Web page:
Pathogenic Beliefs

If you want the present to be different than the past, study the past.

- Spinoza


Here is a list of some common thinking errors. Become familiar with them so you can catch them when they come up and gently train the puppy to think within the limits of inductive and deductive reasoning.  

  • Control Fallacies: There are two ways you can distort your sense of power and control.  You can see yourself as helpless and externally controlled, or as omnipotent and responsible for the pain and happiness of everyone around you.
    • Fallacy of Fairness: You feel resentful because you think you know what is fair but other people won't agree with you. Fairness is a subjective assessment of how much of what you expected, was provided by the other person.  These expectations are often biased and self-serving, and each person gets locked into his or her own point of view.  It is tempting to make assumptions about how things would change if people were only fair or really valued you. But the other person hardly ever sees it that way and you end up causing yourself a lot of pain. Example: "If he loved me, he'd do the dishes."
    • Blaming: You hold other people responsible for your pain, or take the other tack and blame yourself for every problem or reversal. The tacit premise of this distortion is that if anything goes wrong it must be somebody's fault.
    • Fallacy of Change: The only person you can change is yourself.  It is a fallacy to believe that other people will change to suit you if you just pressure or cajole them enough. As a consequence, you may attempt to influence other people by blaming, demanding, and withholding,
    • Being Right: Being wrong is unthinkable and you will go to any lengths to demonstrate your rightness. The need to prove that your opinions and actions are correct can make you hard of hearing and thereby alienate those close to you.  See if you can catch yourself "being right" during a disagreement with a significant other, then ask yourself: "Would I rather be right or happy?"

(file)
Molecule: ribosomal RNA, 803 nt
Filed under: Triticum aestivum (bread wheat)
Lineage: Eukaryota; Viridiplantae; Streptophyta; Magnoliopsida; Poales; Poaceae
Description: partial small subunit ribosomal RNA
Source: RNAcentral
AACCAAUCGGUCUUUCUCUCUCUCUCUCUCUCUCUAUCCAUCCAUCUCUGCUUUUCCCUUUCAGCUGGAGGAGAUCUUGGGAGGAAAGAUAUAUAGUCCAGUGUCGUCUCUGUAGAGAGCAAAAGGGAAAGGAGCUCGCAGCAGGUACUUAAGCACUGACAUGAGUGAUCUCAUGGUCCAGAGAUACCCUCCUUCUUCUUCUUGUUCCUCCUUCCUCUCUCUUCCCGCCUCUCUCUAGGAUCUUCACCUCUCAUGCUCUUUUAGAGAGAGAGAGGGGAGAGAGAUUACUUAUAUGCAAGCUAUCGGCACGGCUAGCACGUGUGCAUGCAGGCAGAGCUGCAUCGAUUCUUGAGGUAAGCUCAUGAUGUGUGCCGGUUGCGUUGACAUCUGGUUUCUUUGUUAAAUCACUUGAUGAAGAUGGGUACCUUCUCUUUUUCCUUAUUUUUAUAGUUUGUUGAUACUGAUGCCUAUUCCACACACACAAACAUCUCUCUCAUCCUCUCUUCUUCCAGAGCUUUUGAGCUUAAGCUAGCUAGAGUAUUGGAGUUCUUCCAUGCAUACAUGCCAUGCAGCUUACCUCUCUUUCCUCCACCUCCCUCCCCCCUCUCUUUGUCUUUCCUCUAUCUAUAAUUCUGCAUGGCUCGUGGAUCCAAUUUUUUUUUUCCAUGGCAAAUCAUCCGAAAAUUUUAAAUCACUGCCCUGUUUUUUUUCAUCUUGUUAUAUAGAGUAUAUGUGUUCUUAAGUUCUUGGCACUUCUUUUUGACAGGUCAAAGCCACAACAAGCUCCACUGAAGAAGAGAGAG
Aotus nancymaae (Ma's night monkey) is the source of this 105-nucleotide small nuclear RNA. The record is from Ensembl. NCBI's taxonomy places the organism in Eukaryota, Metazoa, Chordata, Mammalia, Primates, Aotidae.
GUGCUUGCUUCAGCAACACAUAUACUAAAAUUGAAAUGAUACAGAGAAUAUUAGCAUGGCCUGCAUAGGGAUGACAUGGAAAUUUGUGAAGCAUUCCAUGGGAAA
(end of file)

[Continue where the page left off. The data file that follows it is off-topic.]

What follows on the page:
• Heaven's Reward Fallacy: You expect all your sacrifice and self-denial to pay off, as if there were someone keeping score. You feel bitter when the reward does not come.
  • The Tyranny of Shoulds: You maintain rules about how you and other people should act. You get angry when other people break the rules and you feel guilty when you violate them. Examples: I should be able to find a quick solution to every problem. - I should never feel hurt, I should always be happy and serene. - I should know, understand, and foresee everything. - I should always be spontaneous and at the same time I should always  control my feelings. - I should never feel certain emotions, such as anger or jealousy. - I should love my children equally. - I should never make mistakes. - My emotions should be constant--once I feel love I should always feel love. - I should be totally self-reliant. - I should assert myself and at the same time I should never hurt anybody else. - I should never be tired or get sick.
    • Musterbation: Some people attempt to motivate themselves by demanding rigid adherence to certain standards, but this approach often backfires.  Examples: "I must succeed" "I must not make a mistake."

  • Magnification: "Making a mountain out of a mole hill" is another name for  appraising information as more important or valid than it really is­.
    • Catastrophizing: A special kind of magnification associated with anxiety disorders.  A sign of catastrophising is asking yourself a "what if. . ." question that you never answer.  Example: "What if this headache means I have brain cancer?" The possibilities for catastrophic thinking is limited only by the individual's imagination.
    • Minimization:  Appraising information as less important or valid than it really is, for example, despite the many painful lessons to the contrary, problem drinkers and overeaters are often taken in by beliefs such as, “I'll just have one, what harm could it do?"